'Merci Pour le Chocolat'

When director Claude Chabrol cast Isabelle Huppert in the title role of his 1978 "Violette," as a notorious real-life teenage killer leading a double life, he found in her the ideal actress to express his career-long fascination with how bourgeoise propriety can mask and distort emotions. Huppert is arguably without parallel among contemporary international movie stars in her ability to suggest, with the utmost subtlety, rage and conflict roiling beneath the most composed and controlled demeanor.

The two have teamed many times since, and now with "Merci Pour le Chocolat" they've come up with one of their best, a pitch-dark comedy of manners that builds to a tragic revelation. In his 48th film of his 44-year career, New Wave pioneer Chabrol remains at the height of his powers.

Working from Charlotte Armstrong's "The Chocolate Cobweb," Chabrol opens with a pair of amusing multi-character set pieces that convey a wealth of exposition. In lesser hands, all this information could be confusing but here plays with brisk humor, while also introducing an unsettling note. The first scene is a civil wedding somewhere in Switzerland between Mika Muller (Huppert), a chocolate heiress, and Andre Polonski (Jacques Dutronc), a renowned concert pianist.

At the reception, we learn that the couple had been married briefly years before, and that Andre's second wife, Lisbeth, had been one of Mika's closest friends but was killed in a car accident eight years ago. For three years, Mika and Andre have been living together in Mika's hilltop estate, a formidable 19th century stone mansion with contemporary interior decoration in perfect but blandly impersonal taste, which also characterizes Mika's well-tailored wardrobe. Guillaume (Rodolphe Pauly), Andre and Lisbeth's 18-year-old son, is currently home on a school vacation.

At a restaurant, meanwhile, we meet several more people chatting over lunch. A friend of Dr. Louise Pollet (Brigitte Catillon), the widowed head of a forensic research lab, goes on about the Muller-Polonski remarriage, and then indiscreetly remarks that Guillaume and Dr. Pollet's daughter Jeanne (Anna Mouglalis), born the same day in the same hospital, may have been accidentally switched at birth. Dr. Pollet insists the confusion was swiftly dispelled, but Jeanne is all ears, as this is news to her. A headstrong beauty, Jeanne happens to be an aspiring concert pianist, and she can't resist seeking out Andre Polonski.

Chabrol has now neatly set his story in motion. Andre also pooh-poohs the switched-at-birth rumor but is enchanted by Jeanne, who does, however, remind him of Lisbeth. Mika goes out of her way to welcome Jeanne, who soon is being coached by Andre for a major competition in Budapest. As preoccupied as Jeanne is, she is also keenly aware of her surroundings. Disturbed by witnessing a thermos of hot chocolate being deliberately spilled, she has the handkerchief she stained in helping mop up the beverage analyzed by her boyfriend, Axel (Mathieu Simonet), who has just gone to work at her mother's lab. It contains a sizable amount of the drug favored by date rapists.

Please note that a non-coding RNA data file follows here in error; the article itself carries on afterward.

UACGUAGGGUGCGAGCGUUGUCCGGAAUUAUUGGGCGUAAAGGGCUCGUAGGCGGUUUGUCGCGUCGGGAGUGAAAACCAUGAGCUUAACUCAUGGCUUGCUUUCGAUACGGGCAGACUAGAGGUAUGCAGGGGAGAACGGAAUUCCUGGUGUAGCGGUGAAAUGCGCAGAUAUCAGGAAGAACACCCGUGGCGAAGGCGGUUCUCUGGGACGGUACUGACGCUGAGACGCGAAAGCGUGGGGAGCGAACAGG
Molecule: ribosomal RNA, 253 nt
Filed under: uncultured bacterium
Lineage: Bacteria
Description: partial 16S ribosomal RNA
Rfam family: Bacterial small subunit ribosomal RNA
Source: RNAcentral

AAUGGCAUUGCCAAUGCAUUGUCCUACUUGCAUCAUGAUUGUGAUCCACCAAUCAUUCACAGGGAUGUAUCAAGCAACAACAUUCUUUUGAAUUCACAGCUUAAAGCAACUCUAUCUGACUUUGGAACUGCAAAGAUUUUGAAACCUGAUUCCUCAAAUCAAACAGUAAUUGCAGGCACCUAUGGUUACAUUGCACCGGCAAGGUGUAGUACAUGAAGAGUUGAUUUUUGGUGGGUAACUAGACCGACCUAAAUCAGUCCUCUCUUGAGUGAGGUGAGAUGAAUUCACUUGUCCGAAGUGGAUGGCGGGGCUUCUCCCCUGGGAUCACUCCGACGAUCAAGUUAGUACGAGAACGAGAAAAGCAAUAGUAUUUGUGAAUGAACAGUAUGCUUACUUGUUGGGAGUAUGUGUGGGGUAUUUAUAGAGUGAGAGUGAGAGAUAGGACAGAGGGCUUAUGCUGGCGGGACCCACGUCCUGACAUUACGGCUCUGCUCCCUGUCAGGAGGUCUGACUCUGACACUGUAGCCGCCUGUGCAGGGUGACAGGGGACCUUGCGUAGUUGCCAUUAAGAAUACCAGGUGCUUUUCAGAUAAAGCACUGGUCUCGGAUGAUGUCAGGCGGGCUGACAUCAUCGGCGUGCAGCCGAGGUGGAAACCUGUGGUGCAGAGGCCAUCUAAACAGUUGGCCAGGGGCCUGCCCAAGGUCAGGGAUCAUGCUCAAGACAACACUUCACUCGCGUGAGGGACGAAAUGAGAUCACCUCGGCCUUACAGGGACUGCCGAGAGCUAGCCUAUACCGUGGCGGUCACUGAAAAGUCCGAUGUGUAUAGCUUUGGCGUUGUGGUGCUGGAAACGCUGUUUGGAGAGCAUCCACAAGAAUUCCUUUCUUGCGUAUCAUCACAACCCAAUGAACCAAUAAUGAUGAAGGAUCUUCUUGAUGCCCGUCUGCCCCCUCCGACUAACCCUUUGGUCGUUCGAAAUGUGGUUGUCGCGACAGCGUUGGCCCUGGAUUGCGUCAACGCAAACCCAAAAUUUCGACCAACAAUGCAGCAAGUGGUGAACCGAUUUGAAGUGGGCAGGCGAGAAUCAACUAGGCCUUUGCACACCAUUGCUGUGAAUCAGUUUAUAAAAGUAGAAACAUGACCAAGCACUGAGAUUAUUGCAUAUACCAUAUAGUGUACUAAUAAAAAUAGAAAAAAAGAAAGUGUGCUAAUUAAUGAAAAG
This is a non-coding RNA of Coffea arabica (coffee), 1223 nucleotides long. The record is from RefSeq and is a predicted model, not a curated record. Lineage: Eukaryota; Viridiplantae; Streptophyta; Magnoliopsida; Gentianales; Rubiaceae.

For quite some time the suspect's motivations seem as obvious as the suspect's identity. But Chabrol as always goes way beyond genre and its expectations. The mystery that concerns him is not in the unraveling of a well-populated, complicated plot, but how it reveals the mystery of the workings of the human heart and how an unthinking adherence to convention can perversely twist the human psyche.

Key here is the parent-child relationship and how it shapes an individual's destiny, and how a biological connection can pale beside a loving, nurturing parental bond; sociopaths, Chabrol suspects, are more likely to be the result of nurture rather than nature. (Interestingly, Chabrol's co-writer, Caroline Eliacheff, is a child psychiatrist.)

Huppert heads an impeccable ensemble cast that includes the delightful veteran Swiss comedian Michel Robin. Once again Chabrol's son Mathieu has composed a crucially evocative score, and Renato Berta's cinematography is gleaming. "Merci Pour le Chocolat" crackles with wit and elegance, humor and pathos.

Unrated. Times guidelines: complex adult themes.

'Merci Pour le Chocolat'

Isabelle Huppert... Mika Muller

Jacques Dutronc...Andre Polonski

Anna Mouglalis...Jeanne Pollet

Rodolphe Pauly...Guillaume Polonski

An Empire Pictures release of a Franco-Swiss co-production: MK2 Productions, France 2 Cinema, Television Suisse Romande, YMC Productions. Director Claude Chabrol. Producer Marin Karmitz (MK2 Productions). Executive producer Jean-Louis Porchet (CAB Productions). Screenplay Caroline Eliacheff and Chabrol; based on "The Chocolate Cobweb" by Charlotte Armstrong. Cinematographer Renato Berta. Chief editor Monique Fardoulis. Music Mathieu Chabrol. Costumes Elisabeth Tavernier. Running time: 1 hour, 39 minutes. In French, with English subtitles.

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